Behind the Name

April 14th, 2010

A number of people have asked me why I’ve chosen the name The Desert Jerboa. I also seem to have discussed it with a few people a number of times in the last while. So I’ve decided to share what’s behind the name with you.

Desert jerboas, as you know, are these cute mouse-like creatures with long kangaroo-like legs common to the deserts of the Middle East and North Africa. They’re hardy animals, adapted to and surviving in particularly harsh environments.

The fact that the animal is: (a) native to the country and area I grew up in and love; (b) a survivor; and (c) inconspicuous, low profile and easily underestimated; all kinda appeals to me.

There’s also another reason behind the choice: It’s an obscure Dune reference. Dune is a book by Frank Herbert, one of my favourites. I’ve always thought of it as a combination of a handbook on politics and a manual on how to create a messiah. And no, I’ve no illusions of any kind re my messiahness (or lack thereof, rather). It’s just a seminal work that has singularly marked me, growing up. And it retains all the magic it had when I first read it more than 15 years ago, even after repeated readings.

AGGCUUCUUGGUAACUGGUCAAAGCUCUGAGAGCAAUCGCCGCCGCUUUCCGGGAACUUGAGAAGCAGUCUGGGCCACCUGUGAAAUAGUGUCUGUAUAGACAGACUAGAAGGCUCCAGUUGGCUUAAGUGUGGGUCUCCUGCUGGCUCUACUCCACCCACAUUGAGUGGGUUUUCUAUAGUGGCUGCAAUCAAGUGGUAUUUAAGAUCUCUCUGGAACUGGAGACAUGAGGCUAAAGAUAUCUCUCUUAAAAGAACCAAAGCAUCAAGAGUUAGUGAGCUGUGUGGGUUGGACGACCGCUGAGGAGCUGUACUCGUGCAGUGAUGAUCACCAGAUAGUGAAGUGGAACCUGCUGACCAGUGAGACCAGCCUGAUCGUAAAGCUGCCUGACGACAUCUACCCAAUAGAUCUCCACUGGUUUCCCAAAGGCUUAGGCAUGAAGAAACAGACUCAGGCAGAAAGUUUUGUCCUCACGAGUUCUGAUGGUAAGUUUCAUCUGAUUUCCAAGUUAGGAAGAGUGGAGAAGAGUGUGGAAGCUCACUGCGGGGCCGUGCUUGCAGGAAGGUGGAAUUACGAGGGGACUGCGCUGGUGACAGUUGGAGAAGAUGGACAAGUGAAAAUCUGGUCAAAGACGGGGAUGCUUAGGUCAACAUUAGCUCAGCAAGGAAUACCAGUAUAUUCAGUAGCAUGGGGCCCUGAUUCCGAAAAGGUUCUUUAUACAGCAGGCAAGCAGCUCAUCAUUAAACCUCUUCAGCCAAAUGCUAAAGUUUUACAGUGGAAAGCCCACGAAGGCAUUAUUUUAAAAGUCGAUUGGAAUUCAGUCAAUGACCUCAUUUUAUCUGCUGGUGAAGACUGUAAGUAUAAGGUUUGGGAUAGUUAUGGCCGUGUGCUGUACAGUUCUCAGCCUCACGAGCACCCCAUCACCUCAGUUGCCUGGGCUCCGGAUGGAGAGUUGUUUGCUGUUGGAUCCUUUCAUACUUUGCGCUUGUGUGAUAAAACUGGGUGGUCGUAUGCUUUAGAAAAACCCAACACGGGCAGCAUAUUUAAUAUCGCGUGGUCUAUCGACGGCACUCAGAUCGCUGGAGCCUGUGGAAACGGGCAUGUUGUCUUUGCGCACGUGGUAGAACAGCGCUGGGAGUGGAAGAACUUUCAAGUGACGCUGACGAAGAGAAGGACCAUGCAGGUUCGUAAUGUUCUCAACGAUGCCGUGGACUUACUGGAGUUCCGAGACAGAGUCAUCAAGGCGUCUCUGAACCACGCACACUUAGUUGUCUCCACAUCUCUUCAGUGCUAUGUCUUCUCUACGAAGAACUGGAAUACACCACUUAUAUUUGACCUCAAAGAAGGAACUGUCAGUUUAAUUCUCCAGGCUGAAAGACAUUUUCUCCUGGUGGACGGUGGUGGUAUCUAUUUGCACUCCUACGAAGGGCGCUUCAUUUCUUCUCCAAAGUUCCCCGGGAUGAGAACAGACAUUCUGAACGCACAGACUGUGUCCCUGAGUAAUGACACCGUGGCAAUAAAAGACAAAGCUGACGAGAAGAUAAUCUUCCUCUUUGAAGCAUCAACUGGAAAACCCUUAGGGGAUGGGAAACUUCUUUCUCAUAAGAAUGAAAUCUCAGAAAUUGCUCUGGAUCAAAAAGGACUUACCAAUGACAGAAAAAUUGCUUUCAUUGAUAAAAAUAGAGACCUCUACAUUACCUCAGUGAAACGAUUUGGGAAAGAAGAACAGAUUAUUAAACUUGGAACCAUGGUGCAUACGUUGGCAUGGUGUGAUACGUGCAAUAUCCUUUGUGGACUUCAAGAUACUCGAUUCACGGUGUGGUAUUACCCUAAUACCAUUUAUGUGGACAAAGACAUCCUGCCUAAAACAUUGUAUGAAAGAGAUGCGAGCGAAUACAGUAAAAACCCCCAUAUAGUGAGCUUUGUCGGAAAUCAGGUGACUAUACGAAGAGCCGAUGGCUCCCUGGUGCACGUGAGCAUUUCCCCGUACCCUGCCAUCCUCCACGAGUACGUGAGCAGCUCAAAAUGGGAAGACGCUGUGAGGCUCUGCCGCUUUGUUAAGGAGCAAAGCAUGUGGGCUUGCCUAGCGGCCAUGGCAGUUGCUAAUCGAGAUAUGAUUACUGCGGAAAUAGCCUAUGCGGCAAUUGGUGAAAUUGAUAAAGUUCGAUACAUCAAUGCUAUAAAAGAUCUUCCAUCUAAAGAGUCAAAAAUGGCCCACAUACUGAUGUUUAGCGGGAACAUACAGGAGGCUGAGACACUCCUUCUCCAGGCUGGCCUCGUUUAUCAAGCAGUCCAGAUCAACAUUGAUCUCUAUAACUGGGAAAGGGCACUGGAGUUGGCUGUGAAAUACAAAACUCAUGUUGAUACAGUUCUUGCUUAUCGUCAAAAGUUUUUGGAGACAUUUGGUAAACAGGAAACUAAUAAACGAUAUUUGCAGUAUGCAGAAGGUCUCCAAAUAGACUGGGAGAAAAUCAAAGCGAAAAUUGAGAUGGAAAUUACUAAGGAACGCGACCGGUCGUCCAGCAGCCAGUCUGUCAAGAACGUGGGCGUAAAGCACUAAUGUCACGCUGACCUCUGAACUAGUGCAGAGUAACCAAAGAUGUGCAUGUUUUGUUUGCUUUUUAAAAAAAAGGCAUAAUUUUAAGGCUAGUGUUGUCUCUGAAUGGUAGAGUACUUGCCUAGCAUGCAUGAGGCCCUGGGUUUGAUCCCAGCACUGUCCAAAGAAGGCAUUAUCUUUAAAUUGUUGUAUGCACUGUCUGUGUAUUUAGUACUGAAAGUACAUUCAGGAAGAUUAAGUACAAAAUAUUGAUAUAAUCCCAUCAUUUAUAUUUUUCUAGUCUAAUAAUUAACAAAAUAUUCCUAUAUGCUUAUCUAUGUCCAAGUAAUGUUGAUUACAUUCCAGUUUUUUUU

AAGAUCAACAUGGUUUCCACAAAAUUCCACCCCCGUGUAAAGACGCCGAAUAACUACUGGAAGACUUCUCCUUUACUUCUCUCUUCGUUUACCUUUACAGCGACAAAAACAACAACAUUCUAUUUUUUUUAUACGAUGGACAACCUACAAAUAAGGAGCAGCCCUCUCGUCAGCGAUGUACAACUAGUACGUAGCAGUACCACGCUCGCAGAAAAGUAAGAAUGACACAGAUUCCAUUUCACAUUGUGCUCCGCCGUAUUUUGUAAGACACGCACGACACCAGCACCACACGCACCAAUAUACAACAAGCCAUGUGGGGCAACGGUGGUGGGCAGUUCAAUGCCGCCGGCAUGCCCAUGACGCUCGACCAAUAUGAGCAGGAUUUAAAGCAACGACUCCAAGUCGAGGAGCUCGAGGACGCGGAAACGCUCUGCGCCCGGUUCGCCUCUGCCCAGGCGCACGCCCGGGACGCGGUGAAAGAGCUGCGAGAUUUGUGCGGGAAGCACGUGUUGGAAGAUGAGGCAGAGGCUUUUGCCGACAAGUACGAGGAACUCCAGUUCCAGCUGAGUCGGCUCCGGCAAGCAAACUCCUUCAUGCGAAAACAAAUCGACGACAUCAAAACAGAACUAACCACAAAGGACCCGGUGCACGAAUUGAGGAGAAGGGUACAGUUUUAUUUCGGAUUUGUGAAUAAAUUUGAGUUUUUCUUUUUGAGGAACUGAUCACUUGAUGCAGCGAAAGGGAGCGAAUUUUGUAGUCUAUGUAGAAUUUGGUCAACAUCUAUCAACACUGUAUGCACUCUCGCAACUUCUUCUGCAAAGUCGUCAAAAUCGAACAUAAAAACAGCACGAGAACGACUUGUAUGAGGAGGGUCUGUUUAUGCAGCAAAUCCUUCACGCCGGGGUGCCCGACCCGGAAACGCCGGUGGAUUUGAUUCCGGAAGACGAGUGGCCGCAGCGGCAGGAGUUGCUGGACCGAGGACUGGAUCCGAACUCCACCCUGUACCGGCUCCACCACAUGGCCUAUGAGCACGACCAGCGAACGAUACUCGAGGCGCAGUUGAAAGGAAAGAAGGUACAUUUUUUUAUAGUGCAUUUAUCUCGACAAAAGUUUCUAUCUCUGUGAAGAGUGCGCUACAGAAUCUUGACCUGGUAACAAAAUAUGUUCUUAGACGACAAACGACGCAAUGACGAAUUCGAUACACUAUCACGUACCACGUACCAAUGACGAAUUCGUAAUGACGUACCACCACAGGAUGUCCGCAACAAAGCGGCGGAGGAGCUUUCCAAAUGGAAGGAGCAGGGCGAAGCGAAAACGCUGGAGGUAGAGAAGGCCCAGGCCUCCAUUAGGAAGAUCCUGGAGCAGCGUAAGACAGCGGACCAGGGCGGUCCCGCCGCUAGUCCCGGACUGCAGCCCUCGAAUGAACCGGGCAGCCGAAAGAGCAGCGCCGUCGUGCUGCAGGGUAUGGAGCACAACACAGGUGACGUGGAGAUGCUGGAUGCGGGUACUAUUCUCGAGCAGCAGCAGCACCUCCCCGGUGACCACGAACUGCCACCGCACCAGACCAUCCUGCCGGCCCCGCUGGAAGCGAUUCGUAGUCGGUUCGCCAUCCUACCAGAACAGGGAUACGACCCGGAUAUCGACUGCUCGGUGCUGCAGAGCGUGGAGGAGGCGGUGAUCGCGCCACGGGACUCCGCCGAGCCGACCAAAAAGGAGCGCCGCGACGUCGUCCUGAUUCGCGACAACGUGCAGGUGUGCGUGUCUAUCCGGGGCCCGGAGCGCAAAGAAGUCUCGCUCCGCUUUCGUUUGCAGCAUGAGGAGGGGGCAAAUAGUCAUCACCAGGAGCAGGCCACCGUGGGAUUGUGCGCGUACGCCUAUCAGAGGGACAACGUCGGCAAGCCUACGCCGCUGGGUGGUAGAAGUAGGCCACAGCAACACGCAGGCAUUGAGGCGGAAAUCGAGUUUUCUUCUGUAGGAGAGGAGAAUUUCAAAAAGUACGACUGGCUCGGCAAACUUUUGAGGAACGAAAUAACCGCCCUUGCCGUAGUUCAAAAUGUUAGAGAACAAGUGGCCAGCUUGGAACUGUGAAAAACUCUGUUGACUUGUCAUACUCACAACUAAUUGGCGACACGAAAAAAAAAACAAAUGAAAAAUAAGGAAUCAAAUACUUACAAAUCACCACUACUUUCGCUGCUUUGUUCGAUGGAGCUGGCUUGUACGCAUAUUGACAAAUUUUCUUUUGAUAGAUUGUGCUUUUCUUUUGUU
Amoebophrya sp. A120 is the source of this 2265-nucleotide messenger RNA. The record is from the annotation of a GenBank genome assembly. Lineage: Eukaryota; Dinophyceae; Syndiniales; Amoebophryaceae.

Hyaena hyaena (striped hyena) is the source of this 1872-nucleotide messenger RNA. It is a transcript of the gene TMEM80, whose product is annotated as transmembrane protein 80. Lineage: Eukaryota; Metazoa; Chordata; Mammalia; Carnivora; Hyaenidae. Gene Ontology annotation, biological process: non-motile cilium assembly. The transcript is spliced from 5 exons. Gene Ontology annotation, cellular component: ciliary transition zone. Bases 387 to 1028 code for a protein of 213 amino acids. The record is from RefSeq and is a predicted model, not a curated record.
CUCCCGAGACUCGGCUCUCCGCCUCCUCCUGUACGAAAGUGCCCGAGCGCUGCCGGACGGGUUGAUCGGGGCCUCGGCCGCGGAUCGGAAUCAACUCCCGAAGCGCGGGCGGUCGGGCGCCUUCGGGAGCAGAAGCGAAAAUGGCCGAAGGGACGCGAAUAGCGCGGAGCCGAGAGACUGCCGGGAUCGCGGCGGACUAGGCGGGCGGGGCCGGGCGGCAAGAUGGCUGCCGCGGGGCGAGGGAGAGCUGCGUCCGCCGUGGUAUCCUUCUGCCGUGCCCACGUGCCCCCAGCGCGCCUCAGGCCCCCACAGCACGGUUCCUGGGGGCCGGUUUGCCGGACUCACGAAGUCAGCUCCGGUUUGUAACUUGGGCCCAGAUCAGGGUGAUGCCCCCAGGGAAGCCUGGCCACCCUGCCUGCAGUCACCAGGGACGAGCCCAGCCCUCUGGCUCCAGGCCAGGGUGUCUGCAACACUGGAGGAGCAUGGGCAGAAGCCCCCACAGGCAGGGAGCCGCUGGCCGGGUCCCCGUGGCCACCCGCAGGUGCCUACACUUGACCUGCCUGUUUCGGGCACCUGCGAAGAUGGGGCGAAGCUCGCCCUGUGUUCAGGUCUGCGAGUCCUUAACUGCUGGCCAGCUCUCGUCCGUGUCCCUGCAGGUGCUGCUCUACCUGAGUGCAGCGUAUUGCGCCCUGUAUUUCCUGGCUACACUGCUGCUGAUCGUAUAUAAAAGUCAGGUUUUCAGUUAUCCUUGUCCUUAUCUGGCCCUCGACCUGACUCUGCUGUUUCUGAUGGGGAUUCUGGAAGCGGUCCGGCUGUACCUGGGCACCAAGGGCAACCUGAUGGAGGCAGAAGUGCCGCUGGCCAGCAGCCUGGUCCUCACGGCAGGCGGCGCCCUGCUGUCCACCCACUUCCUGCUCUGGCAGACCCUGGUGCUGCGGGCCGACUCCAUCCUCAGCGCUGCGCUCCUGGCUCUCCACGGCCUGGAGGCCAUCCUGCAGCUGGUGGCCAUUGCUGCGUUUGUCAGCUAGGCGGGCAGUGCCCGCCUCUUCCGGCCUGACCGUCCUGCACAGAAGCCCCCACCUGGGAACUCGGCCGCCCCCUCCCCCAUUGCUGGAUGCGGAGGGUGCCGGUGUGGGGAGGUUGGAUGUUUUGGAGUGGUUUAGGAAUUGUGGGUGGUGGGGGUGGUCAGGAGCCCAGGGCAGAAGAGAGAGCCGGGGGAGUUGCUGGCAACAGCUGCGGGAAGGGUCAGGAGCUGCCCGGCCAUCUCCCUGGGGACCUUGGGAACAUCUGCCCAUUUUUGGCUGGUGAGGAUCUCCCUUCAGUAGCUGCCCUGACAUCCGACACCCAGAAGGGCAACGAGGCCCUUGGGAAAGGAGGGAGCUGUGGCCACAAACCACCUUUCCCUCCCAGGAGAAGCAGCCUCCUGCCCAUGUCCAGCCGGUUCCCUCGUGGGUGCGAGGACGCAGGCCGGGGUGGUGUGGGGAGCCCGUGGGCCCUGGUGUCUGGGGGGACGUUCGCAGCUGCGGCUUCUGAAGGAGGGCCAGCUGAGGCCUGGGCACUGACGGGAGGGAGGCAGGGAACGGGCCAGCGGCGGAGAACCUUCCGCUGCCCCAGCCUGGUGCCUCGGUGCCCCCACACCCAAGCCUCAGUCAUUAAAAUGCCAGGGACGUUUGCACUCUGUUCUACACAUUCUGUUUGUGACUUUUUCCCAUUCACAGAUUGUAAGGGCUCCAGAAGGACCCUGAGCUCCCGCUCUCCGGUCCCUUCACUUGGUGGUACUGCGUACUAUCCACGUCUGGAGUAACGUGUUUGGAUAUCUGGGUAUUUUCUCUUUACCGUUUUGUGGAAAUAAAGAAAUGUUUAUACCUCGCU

For those of you who haven’t read the book, it tells the story of Paul Atreides and how he is made into, for all intents and purposes, a messiah. As it does so, it explores the intersections of power through politics, religion, economic dominance and human emotion, as well as the impact of man on ecology. The novel introduces the term “Muad’Dib”, which is, among a number of things, the name of a desert-inhabiting kangaroo mouse much like the jerboa. It is also the name selected by Paul Atreides when he is accepted into the Fremen, who are Arab-Bedouin-type people. You can find out more here.

Herbert’s play on words is not lost to me, either. Muad’Dib (muaddib) in Arabic means variously: instructor, scholar and teacher. Someday, I hope to achieve a measure of wisdom, and to be in a position to be able to share this wisdom and the lessons drawn from my experiences with those around me.

Finally, I have one more reason for choosing the name: jerboas are cute (check this out). I mean, seriously. No? 😉

Anyway, I leave you with a picture (not of jerboas unfortunately – I have yet to come across one from behind a lens).

This is a panorama taken at around 7 am from a balcony in Paris overlooking the Seine. The image was created by stitching together 11 pictures taken in rapid succession from right to left. The spike mid-image and to the right of the rightmost crane is the Eiffel tower. To the far right you can see the first few buildings in the La Defense area.

Click on the image below to view the larger picture.

Comments welcome, as always.


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